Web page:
Frederic, another first-rounder, put together a nice rookie season that was highlighted by 15 games in Boston. At the AHL level, he notched 14 goals in 55 games while playing a solid two-way game. Frederic could play a consistent top-six forward role next season in Providence while fitting the identity the P-Bruins built with their forward group this season. He’s hard on pucks and works hard to create offense.
It seems redundant or possibly like an excuse to say young centers like Frederic and Forsbacka Karlsson played a solid two-way game while the offensive numbers didn’t pop off the page, but it’s true. It may be something the organization will address in future drafts. The 2018-19 P-Bruins had talent up front but perhaps too many players that can do the same thing.
Veterans Carried P-Bruins in Stretch Run
The veteran additions of Gemel Smith and Paul Carey are what truly turned the season around and made Providence a playoff contender. Carey and Smith provided consistent scoring, and the team’s fortunes drastically changed with both in the lineup starting in January. Providence sorely missed the dynamic game-breaking ability Austin Czarnik provided in 2017-18.
While Carey is not as dominant as Czarnik was in his final season, he put together a stretch that matches anyone in a Providence sweater in the last two seasons. The P-Bruins needed offense and Carey produced with 22 goals in 30 games. Smith proved to be a valuable asset on the power play with his heavy shot.
Ultimately, the team struggled to find an identity up front in 2018-19. Smith, Carey, and the signing of Lee Stempniak provided enough offense to move Providence into a playoff spot, but the team was never balanced enough to make a run.
Along with a reliance on Carey, Smith, Szwarz, and Stempniak, not everything went as planned from the start of the season. Peter Cehlarik and Ryan Fitzgerald were not as consistent as the team may have hoped. Colby Cave was a big loss,claimed off waivers by the Edmonton Oilersmid-season. Cave fit into the hard-checking identity of the P-Bruins but steadily improved as his offensive game over three seasons.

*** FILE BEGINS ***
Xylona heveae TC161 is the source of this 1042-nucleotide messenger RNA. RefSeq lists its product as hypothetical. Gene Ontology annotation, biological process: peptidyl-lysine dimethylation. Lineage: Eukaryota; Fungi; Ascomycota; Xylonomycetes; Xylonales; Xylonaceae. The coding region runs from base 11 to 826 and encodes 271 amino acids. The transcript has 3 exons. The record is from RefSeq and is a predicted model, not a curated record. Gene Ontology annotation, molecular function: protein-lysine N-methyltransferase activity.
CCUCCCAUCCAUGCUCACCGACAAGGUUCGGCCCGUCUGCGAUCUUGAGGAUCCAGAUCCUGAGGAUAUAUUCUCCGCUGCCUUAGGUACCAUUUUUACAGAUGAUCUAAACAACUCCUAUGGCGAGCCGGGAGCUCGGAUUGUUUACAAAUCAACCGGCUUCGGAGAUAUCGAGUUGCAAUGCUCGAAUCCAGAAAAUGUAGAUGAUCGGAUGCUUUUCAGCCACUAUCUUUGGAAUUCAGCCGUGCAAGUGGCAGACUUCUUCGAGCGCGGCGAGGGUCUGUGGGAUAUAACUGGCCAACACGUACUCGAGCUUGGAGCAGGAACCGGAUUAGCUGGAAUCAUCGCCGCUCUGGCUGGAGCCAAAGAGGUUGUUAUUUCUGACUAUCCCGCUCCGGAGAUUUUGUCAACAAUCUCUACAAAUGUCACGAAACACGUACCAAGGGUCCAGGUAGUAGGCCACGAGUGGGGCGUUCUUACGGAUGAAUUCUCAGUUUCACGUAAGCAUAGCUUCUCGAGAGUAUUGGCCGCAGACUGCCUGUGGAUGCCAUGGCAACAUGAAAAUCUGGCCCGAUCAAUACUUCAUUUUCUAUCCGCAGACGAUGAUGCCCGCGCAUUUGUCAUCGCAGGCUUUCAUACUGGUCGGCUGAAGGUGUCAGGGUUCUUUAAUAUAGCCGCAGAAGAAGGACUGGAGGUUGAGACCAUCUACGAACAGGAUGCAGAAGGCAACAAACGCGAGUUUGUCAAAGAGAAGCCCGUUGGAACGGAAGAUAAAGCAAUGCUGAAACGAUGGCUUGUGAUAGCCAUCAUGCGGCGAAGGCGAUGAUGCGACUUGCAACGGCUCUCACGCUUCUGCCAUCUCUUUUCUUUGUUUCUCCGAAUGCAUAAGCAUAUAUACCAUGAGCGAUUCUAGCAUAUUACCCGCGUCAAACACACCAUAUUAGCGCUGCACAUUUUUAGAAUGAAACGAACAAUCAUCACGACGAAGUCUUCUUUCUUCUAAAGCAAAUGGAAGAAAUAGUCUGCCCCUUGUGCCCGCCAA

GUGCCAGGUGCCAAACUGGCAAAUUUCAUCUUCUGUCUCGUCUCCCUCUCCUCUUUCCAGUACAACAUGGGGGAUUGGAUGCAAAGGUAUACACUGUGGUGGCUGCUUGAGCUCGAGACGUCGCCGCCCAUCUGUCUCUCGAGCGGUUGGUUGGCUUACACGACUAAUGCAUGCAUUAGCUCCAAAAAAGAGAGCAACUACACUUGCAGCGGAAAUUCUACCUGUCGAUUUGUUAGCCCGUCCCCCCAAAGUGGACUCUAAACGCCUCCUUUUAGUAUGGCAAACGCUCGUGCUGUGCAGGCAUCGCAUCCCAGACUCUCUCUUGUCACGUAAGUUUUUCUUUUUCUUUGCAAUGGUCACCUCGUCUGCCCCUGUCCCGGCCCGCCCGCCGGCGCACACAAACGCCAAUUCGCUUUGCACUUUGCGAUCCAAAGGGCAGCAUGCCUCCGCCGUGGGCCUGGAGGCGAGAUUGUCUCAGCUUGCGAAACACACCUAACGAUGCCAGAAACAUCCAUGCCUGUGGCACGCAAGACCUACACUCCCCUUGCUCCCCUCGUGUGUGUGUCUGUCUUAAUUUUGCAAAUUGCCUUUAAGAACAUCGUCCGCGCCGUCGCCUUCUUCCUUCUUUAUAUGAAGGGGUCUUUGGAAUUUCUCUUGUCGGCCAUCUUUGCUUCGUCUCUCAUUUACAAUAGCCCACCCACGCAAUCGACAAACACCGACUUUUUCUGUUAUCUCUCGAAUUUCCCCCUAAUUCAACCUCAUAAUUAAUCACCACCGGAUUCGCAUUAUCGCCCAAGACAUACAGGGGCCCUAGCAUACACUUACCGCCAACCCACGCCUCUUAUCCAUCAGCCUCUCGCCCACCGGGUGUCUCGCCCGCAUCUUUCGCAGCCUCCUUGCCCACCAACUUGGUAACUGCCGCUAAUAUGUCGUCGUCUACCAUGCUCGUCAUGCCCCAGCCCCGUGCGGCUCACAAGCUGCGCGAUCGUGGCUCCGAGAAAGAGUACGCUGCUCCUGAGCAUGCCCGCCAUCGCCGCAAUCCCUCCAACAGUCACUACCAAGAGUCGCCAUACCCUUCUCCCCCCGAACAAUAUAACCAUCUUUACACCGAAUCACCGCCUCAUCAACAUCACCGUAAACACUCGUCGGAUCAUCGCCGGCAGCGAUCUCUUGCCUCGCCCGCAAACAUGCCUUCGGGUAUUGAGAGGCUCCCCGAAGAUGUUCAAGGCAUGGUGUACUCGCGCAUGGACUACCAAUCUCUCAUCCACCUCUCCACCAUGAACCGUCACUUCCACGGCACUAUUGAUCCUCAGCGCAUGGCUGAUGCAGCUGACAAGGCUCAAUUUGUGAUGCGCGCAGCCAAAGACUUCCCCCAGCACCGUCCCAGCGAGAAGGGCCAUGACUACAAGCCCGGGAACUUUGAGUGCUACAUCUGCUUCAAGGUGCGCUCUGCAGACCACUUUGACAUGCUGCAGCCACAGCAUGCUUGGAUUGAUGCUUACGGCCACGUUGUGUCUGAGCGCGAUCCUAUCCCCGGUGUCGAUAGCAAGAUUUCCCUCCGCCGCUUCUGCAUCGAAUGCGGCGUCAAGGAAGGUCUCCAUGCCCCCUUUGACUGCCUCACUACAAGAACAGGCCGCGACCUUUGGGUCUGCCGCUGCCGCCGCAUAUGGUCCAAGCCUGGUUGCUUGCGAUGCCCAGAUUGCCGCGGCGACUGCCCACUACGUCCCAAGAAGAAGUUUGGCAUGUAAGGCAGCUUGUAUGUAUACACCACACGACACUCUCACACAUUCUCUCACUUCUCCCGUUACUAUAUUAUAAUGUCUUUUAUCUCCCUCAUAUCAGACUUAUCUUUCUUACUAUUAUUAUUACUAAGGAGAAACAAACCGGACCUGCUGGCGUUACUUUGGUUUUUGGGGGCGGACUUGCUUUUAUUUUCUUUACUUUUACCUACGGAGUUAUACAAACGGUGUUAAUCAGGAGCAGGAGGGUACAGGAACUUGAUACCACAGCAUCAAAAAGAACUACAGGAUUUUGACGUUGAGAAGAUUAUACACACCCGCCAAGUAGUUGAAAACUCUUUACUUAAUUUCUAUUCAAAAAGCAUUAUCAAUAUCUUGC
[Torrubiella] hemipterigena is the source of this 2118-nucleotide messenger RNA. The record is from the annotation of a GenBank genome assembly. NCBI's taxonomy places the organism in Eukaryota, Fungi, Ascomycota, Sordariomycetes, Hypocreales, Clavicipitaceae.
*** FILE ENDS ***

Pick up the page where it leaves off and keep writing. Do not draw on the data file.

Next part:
The P-Bruins were fighting an uphill battle from the beginning with call-ups and injury, Martin Bakos and Jan Kovar had short stays in Providence before returning to Europe. Then came the Cave exit. The late-season veteran additions were enough to carry the team into the playoffs but it wasn’t enough to move into the league’s elite.
Szwarz put together three consecutive 20-goal seasons as his production and leadership will need to be replaced. Seen as more of a checking line center when he arrived, he ended a very successful tenure in Providence as the team’s leading scorer this season. There will surely be some offseason additions, but the P-Bruins will need more from young players to improve on the offensive output of 2018-19.
Moving forward, there will be moves to bolster the P-Bruins’ attack. Not to mention a healthy Anders Bjork could return with a lot to prove next season. As a team, Providence entered the season with their forward group as a bit of a wild card. The results ended with a middle of the road group. However, as the case was entering 2018-19, there’s still plenty of upside and potential set to return.